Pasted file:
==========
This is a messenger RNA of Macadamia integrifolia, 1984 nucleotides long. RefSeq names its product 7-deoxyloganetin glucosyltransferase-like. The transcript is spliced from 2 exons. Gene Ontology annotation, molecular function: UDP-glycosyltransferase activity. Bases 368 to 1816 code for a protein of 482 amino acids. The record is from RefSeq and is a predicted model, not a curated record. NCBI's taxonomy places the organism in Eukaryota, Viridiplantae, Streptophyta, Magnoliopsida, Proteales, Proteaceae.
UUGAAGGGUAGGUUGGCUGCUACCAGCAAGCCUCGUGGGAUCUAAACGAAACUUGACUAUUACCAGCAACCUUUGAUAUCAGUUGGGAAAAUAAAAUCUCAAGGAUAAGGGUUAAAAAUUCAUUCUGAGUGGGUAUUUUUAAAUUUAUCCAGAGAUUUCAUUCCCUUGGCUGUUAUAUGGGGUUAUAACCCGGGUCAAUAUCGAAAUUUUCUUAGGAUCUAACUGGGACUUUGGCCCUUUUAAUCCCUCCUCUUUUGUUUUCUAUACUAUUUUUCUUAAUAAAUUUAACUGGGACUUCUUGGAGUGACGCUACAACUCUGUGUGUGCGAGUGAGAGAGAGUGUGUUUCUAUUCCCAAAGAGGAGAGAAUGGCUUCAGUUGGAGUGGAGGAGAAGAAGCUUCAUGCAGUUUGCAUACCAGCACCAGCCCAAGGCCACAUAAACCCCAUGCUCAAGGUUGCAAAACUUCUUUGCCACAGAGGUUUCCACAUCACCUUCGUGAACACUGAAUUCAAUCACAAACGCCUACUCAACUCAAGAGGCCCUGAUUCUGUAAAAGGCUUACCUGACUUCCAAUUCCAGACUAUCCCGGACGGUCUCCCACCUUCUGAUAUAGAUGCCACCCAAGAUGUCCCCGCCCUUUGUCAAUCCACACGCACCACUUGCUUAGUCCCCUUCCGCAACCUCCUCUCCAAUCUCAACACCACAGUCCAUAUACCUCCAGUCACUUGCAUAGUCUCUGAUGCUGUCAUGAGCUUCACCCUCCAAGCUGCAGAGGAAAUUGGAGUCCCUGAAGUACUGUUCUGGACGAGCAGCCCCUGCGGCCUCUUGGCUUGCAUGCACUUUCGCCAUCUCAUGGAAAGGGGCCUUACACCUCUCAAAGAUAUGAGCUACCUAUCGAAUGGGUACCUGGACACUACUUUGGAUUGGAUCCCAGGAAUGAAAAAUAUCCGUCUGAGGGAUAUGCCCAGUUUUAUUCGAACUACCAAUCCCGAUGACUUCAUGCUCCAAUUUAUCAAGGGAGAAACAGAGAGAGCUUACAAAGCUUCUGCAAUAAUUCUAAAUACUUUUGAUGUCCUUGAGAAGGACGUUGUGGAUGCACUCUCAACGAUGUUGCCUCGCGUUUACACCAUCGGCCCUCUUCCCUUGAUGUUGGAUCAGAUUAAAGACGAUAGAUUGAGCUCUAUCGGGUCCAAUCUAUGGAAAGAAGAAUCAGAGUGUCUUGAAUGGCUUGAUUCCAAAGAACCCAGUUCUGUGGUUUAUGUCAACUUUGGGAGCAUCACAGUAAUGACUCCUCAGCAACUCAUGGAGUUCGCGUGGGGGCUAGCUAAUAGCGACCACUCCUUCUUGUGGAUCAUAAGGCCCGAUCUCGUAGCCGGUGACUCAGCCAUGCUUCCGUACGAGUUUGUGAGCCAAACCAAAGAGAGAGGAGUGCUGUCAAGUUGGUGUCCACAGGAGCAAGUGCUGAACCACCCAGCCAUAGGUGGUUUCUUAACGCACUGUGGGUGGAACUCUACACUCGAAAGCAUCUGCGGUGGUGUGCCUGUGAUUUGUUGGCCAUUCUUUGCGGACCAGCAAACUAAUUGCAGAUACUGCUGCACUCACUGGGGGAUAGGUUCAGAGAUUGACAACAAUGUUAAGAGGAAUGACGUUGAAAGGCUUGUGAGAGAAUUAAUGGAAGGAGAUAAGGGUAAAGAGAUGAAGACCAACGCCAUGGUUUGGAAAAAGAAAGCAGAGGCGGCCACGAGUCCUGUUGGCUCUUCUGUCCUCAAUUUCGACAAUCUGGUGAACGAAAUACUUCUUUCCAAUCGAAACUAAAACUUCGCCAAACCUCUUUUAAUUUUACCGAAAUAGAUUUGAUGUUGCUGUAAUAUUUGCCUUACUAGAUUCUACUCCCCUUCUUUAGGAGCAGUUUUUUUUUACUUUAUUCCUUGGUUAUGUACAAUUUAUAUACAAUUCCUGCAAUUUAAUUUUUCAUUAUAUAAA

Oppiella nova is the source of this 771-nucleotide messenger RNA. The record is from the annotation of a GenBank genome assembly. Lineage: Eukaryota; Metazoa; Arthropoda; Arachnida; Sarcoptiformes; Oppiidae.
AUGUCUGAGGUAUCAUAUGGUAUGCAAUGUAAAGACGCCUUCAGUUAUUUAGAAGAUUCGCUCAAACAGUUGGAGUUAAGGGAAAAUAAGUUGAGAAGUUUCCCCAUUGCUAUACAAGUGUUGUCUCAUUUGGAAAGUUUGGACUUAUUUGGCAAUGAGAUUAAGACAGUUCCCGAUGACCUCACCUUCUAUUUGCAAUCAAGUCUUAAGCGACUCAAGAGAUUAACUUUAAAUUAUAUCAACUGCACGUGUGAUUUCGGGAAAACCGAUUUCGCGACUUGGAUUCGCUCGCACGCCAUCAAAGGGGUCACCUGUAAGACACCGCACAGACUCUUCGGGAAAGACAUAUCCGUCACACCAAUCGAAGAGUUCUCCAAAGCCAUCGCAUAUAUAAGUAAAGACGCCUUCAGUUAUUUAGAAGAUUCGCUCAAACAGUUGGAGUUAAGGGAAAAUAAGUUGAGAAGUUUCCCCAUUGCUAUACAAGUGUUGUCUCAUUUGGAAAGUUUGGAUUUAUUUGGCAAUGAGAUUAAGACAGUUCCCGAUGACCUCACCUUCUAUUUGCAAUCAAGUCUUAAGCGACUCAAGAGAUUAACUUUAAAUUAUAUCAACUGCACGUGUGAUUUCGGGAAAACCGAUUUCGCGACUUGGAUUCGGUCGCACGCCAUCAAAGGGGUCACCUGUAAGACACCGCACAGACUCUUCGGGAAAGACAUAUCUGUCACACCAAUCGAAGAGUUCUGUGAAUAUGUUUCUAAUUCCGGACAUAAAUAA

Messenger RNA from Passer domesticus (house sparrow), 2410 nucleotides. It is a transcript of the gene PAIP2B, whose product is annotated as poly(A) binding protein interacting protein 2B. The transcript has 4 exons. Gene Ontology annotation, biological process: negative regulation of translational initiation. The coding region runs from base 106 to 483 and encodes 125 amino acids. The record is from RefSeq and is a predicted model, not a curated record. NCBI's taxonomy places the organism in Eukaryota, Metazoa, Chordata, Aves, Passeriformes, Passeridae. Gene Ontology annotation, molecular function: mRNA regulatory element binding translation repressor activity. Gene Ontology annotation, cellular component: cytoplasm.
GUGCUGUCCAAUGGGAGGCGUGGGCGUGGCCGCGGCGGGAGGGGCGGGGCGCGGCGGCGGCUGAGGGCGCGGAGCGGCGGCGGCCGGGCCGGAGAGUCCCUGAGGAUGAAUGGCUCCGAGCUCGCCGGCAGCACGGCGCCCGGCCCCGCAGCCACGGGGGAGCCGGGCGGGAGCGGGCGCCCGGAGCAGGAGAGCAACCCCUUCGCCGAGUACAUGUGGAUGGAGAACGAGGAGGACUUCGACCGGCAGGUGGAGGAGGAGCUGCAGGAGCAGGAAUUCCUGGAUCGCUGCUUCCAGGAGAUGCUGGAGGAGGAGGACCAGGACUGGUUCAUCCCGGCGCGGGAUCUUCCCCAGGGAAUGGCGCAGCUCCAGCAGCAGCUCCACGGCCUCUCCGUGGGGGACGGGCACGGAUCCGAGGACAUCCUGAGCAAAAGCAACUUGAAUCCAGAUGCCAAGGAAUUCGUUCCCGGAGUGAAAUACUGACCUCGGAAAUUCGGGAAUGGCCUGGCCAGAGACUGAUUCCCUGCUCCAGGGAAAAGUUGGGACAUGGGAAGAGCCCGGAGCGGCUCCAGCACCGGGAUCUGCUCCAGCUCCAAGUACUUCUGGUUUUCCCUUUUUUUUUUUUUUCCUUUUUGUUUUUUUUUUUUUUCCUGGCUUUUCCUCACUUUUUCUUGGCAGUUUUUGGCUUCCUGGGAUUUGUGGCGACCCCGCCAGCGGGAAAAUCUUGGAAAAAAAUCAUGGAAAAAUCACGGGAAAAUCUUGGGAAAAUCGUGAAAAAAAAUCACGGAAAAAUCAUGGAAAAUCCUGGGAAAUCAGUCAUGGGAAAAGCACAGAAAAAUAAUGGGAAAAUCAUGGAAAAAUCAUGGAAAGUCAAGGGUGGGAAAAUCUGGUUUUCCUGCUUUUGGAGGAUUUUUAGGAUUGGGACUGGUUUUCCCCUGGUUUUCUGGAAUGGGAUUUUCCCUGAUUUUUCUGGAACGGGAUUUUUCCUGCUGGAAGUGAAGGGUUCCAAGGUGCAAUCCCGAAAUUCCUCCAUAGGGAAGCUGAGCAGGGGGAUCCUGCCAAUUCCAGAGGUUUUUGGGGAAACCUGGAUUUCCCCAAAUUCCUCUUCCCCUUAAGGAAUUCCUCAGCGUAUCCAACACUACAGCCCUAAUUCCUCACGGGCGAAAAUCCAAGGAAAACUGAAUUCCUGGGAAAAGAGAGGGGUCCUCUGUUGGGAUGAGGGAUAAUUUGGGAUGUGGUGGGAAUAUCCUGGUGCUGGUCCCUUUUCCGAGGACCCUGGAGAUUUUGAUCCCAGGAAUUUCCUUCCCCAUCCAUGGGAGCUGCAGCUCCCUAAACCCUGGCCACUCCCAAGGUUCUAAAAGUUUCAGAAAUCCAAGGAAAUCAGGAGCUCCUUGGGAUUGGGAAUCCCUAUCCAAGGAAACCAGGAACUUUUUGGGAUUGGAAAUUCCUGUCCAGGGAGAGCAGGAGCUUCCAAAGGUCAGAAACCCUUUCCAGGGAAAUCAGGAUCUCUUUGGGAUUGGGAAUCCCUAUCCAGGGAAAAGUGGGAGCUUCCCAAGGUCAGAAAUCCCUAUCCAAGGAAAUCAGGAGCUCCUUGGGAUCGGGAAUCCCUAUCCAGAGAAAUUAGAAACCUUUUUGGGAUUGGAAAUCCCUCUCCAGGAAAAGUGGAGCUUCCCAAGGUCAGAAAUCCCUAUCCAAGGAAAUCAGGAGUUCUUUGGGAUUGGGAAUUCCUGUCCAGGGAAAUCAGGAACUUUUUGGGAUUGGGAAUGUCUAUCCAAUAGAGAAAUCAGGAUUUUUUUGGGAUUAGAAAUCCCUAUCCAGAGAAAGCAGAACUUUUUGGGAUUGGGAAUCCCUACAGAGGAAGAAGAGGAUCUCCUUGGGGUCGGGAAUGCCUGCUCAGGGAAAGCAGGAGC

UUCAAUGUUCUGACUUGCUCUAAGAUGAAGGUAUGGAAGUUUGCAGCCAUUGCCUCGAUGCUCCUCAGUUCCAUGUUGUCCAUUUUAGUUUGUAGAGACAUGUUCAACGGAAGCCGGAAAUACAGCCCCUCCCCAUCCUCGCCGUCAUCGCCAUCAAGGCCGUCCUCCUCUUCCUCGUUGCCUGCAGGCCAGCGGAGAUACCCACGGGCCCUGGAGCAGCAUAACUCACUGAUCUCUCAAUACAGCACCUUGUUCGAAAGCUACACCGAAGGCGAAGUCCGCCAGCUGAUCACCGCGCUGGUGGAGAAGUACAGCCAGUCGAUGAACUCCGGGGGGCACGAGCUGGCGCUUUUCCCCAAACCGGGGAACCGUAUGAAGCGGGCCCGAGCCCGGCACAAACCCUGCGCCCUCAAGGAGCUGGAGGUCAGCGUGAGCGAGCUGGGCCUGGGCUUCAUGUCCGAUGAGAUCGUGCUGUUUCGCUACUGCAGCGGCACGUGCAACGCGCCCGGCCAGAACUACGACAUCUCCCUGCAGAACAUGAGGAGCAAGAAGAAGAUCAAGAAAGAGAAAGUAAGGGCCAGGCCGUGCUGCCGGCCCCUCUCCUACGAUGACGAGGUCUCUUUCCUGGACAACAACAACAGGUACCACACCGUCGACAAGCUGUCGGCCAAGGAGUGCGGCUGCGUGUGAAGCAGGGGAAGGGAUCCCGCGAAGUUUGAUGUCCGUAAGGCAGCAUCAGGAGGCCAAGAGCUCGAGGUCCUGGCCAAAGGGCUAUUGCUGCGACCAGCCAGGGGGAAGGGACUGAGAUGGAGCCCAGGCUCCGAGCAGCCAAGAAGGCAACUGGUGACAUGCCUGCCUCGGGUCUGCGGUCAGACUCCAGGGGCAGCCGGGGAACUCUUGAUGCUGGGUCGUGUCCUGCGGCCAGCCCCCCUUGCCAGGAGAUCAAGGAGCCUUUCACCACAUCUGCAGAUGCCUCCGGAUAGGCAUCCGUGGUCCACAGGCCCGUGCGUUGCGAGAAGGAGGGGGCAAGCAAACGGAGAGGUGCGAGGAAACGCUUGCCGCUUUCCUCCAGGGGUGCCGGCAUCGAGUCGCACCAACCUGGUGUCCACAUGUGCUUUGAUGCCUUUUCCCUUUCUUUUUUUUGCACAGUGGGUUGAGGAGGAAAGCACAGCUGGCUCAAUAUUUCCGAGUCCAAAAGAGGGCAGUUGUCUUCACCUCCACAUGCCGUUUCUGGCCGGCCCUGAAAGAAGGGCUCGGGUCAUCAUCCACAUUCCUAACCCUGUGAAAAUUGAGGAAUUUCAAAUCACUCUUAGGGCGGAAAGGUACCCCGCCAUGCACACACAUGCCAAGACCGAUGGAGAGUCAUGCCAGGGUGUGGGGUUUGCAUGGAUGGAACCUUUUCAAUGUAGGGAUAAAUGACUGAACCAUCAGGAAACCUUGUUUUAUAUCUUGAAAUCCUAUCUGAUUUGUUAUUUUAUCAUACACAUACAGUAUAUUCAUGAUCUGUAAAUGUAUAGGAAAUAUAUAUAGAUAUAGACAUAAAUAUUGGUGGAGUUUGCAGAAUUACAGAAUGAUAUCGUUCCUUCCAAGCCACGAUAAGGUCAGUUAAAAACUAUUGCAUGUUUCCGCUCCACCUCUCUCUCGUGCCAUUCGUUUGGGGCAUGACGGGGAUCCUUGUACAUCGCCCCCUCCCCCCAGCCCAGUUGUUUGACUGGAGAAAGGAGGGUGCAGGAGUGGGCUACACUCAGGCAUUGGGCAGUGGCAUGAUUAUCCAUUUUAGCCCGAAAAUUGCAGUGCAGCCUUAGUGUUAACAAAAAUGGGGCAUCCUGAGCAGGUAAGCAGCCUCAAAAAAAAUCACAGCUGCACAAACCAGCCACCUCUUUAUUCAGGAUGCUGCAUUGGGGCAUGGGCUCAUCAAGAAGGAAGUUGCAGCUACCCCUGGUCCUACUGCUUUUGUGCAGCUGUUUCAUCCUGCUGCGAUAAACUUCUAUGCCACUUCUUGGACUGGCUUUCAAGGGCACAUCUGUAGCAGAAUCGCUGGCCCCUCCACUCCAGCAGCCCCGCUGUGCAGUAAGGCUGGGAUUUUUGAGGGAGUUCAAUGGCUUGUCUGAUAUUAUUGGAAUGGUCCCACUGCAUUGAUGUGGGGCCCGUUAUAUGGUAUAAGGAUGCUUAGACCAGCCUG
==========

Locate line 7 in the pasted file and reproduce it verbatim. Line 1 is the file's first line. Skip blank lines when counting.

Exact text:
UUCAAUGUUCUGACUUGCUCUAAGAUGAAGGUAUGGAAGUUUGCAGCCAUUGCCUCGAUGCUCCUCAGUUCCAUGUUGUCCAUUUUAGUUUGUAGAGACAUGUUCAACGGAAGCCGGAAAUACAGCCCCUCCCCAUCCUCGCCGUCAUCGCCAUCAAGGCCGUCCUCCUCUUCCUCGUUGCCUGCAGGCCAGCGGAGAUACCCACGGGCCCUGGAGCAGCAUAACUCACUGAUCUCUCAAUACAGCACCUUGUUCGAAAGCUACACCGAAGGCGAAGUCCGCCAGCUGAUCACCGCGCUGGUGGAGAAGUACAGCCAGUCGAUGAACUCCGGGGGGCACGAGCUGGCGCUUUUCCCCAAACCGGGGAACCGUAUGAAGCGGGCCCGAGCCCGGCACAAACCCUGCGCCCUCAAGGAGCUGGAGGUCAGCGUGAGCGAGCUGGGCCUGGGCUUCAUGUCCGAUGAGAUCGUGCUGUUUCGCUACUGCAGCGGCACGUGCAACGCGCCCGGCCAGAACUACGACAUCUCCCUGCAGAACAUGAGGAGCAAGAAGAAGAUCAAGAAAGAGAAAGUAAGGGCCAGGCCGUGCUGCCGGCCCCUCUCCUACGAUGACGAGGUCUCUUUCCUGGACAACAACAACAGGUACCACACCGUCGACAAGCUGUCGGCCAAGGAGUGCGGCUGCGUGUGAAGCAGGGGAAGGGAUCCCGCGAAGUUUGAUGUCCGUAAGGCAGCAUCAGGAGGCCAAGAGCUCGAGGUCCUGGCCAAAGGGCUAUUGCUGCGACCAGCCAGGGGGAAGGGACUGAGAUGGAGCCCAGGCUCCGAGCAGCCAAGAAGGCAACUGGUGACAUGCCUGCCUCGGGUCUGCGGUCAGACUCCAGGGGCAGCCGGGGAACUCUUGAUGCUGGGUCGUGUCCUGCGGCCAGCCCCCCUUGCCAGGAGAUCAAGGAGCCUUUCACCACAUCUGCAGAUGCCUCCGGAUAGGCAUCCGUGGUCCACAGGCCCGUGCGUUGCGAGAAGGAGGGGGCAAGCAAACGGAGAGGUGCGAGGAAACGCUUGCCGCUUUCCUCCAGGGGUGCCGGCAUCGAGUCGCACCAACCUGGUGUCCACAUGUGCUUUGAUGCCUUUUCCCUUUCUUUUUUUUGCACAGUGGGUUGAGGAGGAAAGCACAGCUGGCUCAAUAUUUCCGAGUCCAAAAGAGGGCAGUUGUCUUCACCUCCACAUGCCGUUUCUGGCCGGCCCUGAAAGAAGGGCUCGGGUCAUCAUCCACAUUCCUAACCCUGUGAAAAUUGAGGAAUUUCAAAUCACUCUUAGGGCGGAAAGGUACCCCGCCAUGCACACACAUGCCAAGACCGAUGGAGAGUCAUGCCAGGGUGUGGGGUUUGCAUGGAUGGAACCUUUUCAAUGUAGGGAUAAAUGACUGAACCAUCAGGAAACCUUGUUUUAUAUCUUGAAAUCCUAUCUGAUUUGUUAUUUUAUCAUACACAUACAGUAUAUUCAUGAUCUGUAAAUGUAUAGGAAAUAUAUAUAGAUAUAGACAUAAAUAUUGGUGGAGUUUGCAGAAUUACAGAAUGAUAUCGUUCCUUCCAAGCCACGAUAAGGUCAGUUAAAAACUAUUGCAUGUUUCCGCUCCACCUCUCUCUCGUGCCAUUCGUUUGGGGCAUGACGGGGAUCCUUGUACAUCGCCCCCUCCCCCCAGCCCAGUUGUUUGACUGGAGAAAGGAGGGUGCAGGAGUGGGCUACACUCAGGCAUUGGGCAGUGGCAUGAUUAUCCAUUUUAGCCCGAAAAUUGCAGUGCAGCCUUAGUGUUAACAAAAAUGGGGCAUCCUGAGCAGGUAAGCAGCCUCAAAAAAAAUCACAGCUGCACAAACCAGCCACCUCUUUAUUCAGGAUGCUGCAUUGGGGCAUGGGCUCAUCAAGAAGGAAGUUGCAGCUACCCCUGGUCCUACUGCUUUUGUGCAGCUGUUUCAUCCUGCUGCGAUAAACUUCUAUGCCACUUCUUGGACUGGCUUUCAAGGGCACAUCUGUAGCAGAAUCGCUGGCCCCUCCACUCCAGCAGCCCCGCUGUGCAGUAAGGCUGGGAUUUUUGAGGGAGUUCAAUGGCUUGUCUGAUAUUAUUGGAAUGGUCCCACUGCAUUGAUGUGGGGCCCGUUAUAUGGUAUAAGGAUGCUUAGACCAGCCUG